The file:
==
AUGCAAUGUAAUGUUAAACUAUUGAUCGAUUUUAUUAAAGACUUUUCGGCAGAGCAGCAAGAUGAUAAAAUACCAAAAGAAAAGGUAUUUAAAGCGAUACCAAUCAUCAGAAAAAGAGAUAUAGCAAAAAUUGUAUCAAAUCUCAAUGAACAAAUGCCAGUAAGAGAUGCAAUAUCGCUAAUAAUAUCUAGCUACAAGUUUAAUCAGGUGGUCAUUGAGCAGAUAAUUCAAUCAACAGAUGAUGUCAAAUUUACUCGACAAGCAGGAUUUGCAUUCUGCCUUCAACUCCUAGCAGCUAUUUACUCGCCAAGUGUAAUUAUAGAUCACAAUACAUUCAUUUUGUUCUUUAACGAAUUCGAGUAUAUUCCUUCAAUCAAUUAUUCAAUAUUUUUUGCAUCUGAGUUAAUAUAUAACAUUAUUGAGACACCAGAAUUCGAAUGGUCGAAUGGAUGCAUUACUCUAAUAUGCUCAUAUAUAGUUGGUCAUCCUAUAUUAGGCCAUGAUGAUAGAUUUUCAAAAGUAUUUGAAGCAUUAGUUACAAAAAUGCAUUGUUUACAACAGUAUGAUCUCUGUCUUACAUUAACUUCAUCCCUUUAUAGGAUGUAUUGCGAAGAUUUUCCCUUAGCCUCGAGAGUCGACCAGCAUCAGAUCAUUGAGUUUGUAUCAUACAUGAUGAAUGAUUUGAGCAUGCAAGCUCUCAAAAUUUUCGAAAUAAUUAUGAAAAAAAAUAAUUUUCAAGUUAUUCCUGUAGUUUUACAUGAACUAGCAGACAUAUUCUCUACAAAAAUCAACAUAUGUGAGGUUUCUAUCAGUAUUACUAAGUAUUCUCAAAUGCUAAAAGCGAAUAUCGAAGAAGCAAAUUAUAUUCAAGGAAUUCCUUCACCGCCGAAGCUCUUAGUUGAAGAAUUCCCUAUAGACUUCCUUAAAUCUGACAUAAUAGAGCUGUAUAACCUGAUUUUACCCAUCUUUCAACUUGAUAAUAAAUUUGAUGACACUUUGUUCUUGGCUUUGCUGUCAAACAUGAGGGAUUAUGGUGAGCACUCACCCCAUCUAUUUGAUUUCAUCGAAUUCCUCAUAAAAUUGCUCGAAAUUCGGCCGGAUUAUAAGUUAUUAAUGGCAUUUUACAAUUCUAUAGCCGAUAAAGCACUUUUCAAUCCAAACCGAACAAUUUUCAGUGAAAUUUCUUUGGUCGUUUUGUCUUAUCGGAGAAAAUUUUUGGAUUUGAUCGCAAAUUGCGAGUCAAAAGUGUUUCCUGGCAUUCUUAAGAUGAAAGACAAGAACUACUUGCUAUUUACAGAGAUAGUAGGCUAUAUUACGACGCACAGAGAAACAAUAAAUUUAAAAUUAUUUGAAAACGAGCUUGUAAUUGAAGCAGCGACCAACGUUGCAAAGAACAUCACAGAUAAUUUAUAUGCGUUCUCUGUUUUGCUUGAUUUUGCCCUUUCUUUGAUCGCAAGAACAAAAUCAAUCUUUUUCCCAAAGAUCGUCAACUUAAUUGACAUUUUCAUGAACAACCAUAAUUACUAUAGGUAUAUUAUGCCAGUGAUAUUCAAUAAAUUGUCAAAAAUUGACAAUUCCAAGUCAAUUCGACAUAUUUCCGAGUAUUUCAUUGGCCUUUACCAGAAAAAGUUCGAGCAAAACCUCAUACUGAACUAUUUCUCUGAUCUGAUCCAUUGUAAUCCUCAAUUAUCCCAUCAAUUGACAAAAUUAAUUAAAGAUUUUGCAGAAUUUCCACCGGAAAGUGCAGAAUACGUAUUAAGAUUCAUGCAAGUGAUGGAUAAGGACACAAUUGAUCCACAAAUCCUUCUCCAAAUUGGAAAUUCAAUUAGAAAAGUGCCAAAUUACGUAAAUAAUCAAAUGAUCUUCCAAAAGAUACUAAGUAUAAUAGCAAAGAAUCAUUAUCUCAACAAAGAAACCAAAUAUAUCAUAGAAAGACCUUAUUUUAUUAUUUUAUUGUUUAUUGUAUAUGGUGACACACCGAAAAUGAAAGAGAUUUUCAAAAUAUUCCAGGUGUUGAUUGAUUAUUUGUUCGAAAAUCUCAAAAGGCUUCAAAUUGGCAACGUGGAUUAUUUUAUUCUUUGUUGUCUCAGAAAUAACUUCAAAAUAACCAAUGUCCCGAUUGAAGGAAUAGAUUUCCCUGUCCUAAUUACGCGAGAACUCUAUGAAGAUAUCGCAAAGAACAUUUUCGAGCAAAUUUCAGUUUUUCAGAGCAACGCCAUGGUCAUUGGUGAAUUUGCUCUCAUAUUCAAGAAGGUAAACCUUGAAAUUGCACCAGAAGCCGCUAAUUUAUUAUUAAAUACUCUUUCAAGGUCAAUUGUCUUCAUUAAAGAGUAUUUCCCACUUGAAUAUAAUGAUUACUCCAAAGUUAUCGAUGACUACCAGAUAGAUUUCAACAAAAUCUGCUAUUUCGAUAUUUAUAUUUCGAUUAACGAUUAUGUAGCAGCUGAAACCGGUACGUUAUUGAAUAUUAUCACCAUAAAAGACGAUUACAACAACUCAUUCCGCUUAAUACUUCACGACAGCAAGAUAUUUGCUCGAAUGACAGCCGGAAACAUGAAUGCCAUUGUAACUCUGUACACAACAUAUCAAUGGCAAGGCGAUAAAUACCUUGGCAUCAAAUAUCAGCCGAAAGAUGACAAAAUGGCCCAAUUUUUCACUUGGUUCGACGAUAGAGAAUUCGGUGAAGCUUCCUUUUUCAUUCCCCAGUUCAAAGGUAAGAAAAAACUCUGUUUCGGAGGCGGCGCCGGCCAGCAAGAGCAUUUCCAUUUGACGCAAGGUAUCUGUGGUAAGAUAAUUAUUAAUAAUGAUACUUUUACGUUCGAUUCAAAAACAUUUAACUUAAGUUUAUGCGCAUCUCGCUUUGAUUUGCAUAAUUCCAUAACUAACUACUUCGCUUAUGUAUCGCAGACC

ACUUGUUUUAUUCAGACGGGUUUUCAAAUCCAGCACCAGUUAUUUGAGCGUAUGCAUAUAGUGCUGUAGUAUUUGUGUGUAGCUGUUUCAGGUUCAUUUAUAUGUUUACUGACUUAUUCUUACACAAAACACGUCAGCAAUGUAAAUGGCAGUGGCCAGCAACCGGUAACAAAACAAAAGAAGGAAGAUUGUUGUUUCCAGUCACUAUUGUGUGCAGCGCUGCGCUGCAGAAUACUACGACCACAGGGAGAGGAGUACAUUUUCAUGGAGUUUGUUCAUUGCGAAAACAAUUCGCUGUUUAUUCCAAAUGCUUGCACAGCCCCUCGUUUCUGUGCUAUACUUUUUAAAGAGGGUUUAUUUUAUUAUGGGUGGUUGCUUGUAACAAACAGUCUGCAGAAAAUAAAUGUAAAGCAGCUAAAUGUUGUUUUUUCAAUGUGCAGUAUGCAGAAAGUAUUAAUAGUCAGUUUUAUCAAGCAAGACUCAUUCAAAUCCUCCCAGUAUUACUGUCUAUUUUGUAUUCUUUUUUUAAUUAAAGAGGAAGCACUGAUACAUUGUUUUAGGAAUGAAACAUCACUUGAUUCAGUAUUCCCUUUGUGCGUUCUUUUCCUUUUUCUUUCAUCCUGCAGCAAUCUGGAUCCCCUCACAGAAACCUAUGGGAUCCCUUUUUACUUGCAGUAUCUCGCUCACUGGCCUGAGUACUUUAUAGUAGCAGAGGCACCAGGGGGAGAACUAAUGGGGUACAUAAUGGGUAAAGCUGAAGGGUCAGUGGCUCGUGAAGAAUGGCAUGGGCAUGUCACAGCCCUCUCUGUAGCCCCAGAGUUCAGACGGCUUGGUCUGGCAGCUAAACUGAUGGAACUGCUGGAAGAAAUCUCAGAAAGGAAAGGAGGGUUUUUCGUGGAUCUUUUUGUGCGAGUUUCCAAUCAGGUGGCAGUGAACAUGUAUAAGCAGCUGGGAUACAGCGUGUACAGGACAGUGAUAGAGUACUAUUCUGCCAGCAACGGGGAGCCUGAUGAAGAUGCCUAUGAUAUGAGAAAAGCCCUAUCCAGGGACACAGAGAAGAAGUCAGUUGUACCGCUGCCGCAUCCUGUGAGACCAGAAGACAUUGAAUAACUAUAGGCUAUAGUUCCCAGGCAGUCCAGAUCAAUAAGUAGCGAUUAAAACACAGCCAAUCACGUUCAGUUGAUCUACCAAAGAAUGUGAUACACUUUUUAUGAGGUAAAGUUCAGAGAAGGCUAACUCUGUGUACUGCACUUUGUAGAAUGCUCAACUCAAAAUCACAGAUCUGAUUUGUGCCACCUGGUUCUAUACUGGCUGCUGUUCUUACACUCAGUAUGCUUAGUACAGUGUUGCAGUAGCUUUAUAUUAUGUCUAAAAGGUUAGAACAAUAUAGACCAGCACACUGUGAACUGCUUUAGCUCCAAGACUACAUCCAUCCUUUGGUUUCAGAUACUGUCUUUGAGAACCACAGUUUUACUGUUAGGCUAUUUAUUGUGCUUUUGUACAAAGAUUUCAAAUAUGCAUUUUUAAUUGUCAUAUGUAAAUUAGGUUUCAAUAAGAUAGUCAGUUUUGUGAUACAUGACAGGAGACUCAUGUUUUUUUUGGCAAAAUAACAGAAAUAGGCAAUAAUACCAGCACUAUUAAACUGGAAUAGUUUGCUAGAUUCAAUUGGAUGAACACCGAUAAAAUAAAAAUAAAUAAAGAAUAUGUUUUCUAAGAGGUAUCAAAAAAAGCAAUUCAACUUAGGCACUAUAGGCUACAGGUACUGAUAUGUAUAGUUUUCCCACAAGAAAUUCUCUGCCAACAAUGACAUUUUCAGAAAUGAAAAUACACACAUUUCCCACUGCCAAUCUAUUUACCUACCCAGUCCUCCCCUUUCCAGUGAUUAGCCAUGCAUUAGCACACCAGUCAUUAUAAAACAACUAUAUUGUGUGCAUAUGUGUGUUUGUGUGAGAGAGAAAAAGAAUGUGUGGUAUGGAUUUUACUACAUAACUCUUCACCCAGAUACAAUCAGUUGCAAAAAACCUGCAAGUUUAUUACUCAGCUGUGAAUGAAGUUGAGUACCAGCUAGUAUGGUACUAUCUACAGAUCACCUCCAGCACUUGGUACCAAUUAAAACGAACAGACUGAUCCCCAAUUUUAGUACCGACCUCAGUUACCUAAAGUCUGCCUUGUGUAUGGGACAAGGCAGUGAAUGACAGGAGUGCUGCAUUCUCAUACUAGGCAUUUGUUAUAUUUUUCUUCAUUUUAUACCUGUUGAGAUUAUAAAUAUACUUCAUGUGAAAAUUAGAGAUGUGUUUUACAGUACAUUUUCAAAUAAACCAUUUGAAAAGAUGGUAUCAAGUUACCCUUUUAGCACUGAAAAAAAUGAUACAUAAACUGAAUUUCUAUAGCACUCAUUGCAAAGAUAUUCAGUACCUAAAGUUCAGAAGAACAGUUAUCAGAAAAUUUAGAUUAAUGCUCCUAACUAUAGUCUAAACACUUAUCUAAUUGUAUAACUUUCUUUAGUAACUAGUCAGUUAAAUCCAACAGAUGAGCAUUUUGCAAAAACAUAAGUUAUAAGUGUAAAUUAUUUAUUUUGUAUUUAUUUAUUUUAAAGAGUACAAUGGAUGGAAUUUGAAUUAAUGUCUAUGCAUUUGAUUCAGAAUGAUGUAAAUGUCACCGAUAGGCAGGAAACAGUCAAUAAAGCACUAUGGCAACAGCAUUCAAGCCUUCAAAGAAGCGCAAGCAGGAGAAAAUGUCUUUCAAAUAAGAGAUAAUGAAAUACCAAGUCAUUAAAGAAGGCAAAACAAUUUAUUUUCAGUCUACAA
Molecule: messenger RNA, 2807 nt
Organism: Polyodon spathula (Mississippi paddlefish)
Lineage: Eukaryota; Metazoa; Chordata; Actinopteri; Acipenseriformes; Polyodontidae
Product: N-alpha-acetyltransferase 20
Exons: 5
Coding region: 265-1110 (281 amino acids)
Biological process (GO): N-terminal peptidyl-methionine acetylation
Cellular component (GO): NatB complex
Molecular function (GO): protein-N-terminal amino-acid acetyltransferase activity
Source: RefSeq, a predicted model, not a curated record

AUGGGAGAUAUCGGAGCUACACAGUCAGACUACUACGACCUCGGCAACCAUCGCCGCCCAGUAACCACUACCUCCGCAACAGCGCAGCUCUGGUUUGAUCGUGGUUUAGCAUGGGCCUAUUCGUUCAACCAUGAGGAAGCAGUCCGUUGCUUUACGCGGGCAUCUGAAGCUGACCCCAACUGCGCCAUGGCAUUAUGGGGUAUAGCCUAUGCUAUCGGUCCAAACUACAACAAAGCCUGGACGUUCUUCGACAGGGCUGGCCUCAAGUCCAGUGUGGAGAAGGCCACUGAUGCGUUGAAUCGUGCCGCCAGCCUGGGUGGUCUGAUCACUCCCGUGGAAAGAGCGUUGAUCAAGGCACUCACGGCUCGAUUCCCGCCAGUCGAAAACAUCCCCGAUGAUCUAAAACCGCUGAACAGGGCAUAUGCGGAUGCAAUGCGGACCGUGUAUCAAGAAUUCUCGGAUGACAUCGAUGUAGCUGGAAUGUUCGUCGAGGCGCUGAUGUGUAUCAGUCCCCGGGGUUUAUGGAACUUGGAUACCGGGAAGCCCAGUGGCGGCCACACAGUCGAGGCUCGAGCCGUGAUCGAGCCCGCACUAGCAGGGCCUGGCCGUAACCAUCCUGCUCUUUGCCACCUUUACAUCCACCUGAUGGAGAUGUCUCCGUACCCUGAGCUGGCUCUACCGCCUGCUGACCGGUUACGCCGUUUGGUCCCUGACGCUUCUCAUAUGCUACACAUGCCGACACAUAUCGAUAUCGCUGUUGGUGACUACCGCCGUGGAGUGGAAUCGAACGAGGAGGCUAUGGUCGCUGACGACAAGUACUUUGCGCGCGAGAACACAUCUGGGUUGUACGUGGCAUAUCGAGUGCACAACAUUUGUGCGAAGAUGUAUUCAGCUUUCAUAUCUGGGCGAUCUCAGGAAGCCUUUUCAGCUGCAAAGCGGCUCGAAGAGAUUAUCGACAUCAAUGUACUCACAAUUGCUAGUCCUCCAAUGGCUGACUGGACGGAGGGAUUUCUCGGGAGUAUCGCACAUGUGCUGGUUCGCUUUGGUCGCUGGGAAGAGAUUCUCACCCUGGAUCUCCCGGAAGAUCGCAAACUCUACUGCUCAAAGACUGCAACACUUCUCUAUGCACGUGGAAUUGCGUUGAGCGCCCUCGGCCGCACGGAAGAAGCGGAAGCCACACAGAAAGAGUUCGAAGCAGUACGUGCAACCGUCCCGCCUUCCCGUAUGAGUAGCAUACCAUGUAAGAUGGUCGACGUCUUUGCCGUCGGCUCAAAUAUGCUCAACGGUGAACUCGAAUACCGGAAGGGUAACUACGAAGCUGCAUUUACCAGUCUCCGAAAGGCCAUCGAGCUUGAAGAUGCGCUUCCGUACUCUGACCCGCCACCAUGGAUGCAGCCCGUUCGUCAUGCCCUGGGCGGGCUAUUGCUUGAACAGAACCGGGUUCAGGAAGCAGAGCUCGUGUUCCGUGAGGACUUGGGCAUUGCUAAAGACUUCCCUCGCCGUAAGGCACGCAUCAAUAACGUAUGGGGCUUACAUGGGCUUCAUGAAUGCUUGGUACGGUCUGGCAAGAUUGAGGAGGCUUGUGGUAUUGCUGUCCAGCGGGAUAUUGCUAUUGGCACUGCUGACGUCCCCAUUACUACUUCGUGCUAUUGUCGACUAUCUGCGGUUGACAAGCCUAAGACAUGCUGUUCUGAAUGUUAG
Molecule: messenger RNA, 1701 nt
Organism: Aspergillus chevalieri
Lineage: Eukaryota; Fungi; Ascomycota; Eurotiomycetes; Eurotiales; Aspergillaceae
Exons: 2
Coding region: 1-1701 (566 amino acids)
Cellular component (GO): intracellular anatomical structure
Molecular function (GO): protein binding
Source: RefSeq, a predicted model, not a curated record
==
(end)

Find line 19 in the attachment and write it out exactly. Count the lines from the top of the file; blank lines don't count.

Cellular component (GO): intracellular anatomical structure